This silver chain bracelet with a French franc coin in the middle belonged to Rifleman Joseph Chambers Thompson. Side one of the coin has a French woman and the words "Republique Francaise". Side two has been smoothed and inscribed "3rd Btn N.Z.R.B. 35651 C.E. Thompson J.C."
Rifleman Thompson was born in Amberley, Canterbury in 1883. He joined the 3rd Battalion of the N.Z. Rifle Brigade in 1916 and served in Western Europe. He was discharged in 1919 and died in Wanganui in 1957.
The engraving on the bracelet signifies: 3 Btn = 3rd Battalion; NZRB = New Zealand Rifle Brigade; 35651 = personal army number; CE = Church of England; J.C. Thompson (name)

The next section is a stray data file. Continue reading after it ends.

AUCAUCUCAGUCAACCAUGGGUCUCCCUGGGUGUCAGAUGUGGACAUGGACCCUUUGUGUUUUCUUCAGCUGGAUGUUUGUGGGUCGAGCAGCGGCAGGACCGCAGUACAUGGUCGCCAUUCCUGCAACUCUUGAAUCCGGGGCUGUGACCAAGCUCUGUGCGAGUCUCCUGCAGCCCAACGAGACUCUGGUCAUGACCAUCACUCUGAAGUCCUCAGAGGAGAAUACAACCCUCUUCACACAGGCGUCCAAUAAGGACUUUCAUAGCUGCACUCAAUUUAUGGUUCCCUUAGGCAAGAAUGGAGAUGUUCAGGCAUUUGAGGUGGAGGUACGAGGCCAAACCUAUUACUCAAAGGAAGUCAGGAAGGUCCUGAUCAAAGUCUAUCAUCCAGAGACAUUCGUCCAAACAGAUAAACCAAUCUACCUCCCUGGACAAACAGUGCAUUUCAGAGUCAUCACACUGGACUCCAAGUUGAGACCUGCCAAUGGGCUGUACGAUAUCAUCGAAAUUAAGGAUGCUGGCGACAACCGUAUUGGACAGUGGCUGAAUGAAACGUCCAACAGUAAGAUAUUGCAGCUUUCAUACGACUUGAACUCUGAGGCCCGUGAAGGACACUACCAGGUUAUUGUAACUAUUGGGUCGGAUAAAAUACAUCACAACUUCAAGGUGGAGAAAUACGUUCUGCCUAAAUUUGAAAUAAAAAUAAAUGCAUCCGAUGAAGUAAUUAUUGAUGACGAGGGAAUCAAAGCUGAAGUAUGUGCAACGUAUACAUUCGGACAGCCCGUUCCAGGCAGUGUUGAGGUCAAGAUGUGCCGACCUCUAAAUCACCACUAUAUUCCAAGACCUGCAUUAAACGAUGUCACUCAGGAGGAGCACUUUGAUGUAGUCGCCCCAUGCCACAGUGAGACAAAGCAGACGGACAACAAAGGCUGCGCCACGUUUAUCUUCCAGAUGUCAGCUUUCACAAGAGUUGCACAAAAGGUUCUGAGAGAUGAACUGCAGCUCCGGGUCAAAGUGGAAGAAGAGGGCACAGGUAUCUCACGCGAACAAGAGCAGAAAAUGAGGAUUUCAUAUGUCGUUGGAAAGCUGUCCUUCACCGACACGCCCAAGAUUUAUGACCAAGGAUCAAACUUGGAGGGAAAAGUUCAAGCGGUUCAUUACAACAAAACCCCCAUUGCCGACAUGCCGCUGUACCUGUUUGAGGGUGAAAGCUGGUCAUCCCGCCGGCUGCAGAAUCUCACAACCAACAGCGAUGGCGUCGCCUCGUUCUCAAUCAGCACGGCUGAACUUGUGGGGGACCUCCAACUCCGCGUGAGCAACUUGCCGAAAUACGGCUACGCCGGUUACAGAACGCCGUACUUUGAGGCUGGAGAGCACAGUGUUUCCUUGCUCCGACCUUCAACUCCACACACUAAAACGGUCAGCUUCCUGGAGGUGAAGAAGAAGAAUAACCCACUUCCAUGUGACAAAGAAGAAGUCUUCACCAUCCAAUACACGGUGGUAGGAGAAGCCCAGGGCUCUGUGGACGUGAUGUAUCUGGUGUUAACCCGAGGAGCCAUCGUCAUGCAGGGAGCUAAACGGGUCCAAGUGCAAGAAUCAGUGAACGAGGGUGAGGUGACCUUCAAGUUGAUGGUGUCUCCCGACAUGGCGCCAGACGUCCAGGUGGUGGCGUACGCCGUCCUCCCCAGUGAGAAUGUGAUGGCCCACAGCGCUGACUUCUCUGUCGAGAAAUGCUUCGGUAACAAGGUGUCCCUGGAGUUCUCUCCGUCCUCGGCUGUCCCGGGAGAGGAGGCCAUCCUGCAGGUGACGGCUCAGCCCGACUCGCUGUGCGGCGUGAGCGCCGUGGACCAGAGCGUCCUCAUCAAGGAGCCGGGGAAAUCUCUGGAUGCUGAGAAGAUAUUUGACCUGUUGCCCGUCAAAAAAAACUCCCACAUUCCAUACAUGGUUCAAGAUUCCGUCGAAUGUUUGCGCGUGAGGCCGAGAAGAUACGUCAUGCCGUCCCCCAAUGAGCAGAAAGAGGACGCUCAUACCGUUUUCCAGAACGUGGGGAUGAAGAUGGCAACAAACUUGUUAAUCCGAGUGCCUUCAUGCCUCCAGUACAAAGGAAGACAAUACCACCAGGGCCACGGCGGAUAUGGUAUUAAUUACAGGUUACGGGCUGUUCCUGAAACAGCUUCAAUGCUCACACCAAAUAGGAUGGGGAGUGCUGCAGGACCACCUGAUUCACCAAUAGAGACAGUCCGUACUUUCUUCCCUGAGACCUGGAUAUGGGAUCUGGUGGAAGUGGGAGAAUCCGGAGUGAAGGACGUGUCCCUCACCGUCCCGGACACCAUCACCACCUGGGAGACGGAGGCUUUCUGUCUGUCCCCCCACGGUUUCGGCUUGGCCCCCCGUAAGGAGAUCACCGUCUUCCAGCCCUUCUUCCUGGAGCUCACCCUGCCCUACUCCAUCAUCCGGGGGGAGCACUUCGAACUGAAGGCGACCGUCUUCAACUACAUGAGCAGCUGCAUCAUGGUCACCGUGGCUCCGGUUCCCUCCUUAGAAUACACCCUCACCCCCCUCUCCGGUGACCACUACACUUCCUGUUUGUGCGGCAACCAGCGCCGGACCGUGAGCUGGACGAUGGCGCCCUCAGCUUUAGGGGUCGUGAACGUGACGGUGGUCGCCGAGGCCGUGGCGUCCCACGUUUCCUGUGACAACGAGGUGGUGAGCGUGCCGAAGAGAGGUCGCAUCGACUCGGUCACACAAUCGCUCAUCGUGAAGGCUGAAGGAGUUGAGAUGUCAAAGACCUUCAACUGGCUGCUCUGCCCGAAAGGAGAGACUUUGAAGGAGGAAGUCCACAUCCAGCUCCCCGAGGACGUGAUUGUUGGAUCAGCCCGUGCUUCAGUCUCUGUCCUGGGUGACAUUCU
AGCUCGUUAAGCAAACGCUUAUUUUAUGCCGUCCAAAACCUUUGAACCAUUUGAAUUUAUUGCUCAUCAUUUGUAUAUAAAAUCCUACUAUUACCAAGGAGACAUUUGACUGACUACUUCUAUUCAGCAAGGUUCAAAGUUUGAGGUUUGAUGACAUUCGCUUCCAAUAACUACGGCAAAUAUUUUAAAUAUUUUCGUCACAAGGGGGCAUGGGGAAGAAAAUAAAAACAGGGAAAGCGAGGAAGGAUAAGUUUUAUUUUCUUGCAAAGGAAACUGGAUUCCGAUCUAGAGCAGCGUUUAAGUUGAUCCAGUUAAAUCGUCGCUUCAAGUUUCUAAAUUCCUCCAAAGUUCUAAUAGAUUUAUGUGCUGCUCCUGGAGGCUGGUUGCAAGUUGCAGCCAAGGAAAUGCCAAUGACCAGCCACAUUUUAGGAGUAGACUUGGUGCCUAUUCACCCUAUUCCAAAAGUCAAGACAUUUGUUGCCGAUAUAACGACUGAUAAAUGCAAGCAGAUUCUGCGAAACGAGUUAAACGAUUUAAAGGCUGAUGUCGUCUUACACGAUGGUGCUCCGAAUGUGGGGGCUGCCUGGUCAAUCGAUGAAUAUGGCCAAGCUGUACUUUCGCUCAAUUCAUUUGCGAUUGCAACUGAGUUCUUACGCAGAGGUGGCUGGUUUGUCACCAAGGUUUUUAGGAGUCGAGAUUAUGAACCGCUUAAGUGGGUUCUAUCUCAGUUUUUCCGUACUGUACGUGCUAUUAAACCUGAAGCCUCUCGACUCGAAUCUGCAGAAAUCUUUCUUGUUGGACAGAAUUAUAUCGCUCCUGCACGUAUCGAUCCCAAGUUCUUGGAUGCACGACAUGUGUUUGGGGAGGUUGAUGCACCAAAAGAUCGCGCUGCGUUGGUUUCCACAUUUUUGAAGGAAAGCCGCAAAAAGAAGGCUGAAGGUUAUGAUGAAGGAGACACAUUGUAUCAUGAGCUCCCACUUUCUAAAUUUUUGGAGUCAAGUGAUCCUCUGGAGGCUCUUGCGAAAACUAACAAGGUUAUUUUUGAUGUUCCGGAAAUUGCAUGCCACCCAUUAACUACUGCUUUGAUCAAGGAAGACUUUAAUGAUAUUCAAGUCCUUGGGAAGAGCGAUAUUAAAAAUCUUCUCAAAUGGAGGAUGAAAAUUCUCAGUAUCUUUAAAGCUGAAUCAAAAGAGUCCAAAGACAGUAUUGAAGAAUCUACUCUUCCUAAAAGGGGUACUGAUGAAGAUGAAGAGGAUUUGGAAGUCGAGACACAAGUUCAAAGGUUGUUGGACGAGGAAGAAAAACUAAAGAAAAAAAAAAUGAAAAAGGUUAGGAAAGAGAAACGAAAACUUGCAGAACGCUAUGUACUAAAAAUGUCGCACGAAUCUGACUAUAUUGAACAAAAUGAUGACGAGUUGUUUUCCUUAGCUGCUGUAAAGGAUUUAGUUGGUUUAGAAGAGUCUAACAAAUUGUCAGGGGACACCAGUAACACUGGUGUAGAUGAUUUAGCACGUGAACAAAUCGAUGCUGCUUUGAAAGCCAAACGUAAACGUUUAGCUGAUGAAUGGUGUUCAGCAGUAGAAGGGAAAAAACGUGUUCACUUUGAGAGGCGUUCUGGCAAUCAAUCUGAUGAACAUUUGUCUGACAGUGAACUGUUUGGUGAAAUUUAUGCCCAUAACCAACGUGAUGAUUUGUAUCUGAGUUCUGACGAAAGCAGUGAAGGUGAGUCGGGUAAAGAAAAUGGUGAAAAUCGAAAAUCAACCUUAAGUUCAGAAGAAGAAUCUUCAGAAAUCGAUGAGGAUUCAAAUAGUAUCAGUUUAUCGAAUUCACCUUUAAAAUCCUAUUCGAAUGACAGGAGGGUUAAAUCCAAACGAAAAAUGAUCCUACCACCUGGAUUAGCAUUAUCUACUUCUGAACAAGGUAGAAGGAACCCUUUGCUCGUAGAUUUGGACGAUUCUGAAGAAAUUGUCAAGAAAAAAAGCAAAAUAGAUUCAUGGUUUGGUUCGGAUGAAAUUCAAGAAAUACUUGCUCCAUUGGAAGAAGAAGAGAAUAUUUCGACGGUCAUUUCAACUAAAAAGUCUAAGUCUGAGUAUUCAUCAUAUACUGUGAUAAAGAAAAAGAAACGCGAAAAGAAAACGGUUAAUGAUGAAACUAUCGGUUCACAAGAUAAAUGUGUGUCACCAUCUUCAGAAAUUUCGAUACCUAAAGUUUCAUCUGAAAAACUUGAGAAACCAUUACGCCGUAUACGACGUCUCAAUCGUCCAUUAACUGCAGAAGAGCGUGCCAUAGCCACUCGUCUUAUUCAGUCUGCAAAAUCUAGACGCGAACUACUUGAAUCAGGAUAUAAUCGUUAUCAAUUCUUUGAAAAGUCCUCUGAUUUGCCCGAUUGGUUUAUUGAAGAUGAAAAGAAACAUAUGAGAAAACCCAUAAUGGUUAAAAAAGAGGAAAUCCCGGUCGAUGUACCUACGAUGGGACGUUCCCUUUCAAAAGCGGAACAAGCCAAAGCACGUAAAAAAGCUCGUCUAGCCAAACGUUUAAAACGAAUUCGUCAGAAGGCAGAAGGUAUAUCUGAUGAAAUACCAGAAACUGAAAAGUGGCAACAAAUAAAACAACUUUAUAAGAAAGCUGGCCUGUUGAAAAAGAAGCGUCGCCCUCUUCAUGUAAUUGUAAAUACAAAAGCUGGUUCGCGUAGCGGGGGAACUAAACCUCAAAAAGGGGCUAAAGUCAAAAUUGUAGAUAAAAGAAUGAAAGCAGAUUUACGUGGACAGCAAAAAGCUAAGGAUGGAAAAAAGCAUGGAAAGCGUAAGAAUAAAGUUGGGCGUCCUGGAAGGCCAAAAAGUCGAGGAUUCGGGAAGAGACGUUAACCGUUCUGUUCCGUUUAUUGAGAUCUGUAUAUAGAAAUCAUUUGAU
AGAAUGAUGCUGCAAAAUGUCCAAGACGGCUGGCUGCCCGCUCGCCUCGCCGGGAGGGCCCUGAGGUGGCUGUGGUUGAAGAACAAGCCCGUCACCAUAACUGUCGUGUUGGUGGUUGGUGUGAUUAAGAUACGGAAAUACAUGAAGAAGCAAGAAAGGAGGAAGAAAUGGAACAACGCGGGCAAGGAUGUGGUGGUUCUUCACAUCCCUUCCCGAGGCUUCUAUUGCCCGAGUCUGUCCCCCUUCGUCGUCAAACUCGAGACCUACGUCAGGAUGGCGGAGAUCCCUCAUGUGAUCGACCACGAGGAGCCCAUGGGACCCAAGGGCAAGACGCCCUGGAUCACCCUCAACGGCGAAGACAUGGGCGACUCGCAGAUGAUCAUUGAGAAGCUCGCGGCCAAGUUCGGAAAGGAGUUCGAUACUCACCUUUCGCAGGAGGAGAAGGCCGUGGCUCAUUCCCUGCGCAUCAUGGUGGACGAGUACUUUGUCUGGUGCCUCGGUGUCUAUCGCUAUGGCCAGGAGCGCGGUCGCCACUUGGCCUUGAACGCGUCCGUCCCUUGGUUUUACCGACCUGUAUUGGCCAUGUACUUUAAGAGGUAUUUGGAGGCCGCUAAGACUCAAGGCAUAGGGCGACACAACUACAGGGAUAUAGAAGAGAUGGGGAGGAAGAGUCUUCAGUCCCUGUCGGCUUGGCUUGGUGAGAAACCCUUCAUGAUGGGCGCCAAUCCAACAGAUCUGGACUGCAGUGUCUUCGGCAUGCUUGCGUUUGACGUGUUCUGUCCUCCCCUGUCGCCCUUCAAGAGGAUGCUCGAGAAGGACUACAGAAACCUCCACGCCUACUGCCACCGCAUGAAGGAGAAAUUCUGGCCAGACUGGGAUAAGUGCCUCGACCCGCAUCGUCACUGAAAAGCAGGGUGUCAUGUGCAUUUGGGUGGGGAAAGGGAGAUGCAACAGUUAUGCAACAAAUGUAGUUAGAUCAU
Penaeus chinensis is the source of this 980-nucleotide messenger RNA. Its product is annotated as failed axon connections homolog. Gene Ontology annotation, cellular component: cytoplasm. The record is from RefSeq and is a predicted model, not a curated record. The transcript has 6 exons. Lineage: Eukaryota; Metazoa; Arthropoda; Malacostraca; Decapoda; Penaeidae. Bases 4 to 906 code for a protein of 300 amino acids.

Peter Doyle & Chris Foster in their book: 'What Tommy took to war', Shire Publications, Oxford [UK], 2014 notes, page 44: 'Identity discs - known as 'cold-meat tickets' to the British soldiery of the Great War - have not always been worn in battle. The first tags were a mid-nineteenth century German innovation while the British Army resorted to the use of an identity card in the uniform pocket - hardly durable. Clearly inadequate, this form of identification was replaced in 1907 by a single stamped aluminium disc, which carried the solder's name, rank, serial number, unit details and his religion. Issued to soldiers on mobilisation, the valuable aluminium was replaced by fibre in August 1914. These discs were much more appropriate than identity cards, but they had their problems; if this single disc was removed from the body, as stipulated in the 1909 Field Service Regulations, the chances of identification of the body were much reduced. Therefore in August 1916, a two-disc system ws evolved, the discs themselves carrying the same information as before, in duplicate, but this time stamped on compressed fibre discs: a green octagonal one that, it was intended, would stay with the body, and a red disc that would be taken as part of the accounting procedure. Both were to be worn on a string around the neck, the red disc suspended from the green one. Unfortunately, neither disc would last long in the damp conditions of much of the Western Front. Perhaps because of this, few soldiers had absolute faith in the discs and many commissioned or made their own identity bracelets, to be worn on the wrist.' It would appear this bracelet is one of the more durable identity discs that were a back-up to the official identity tags.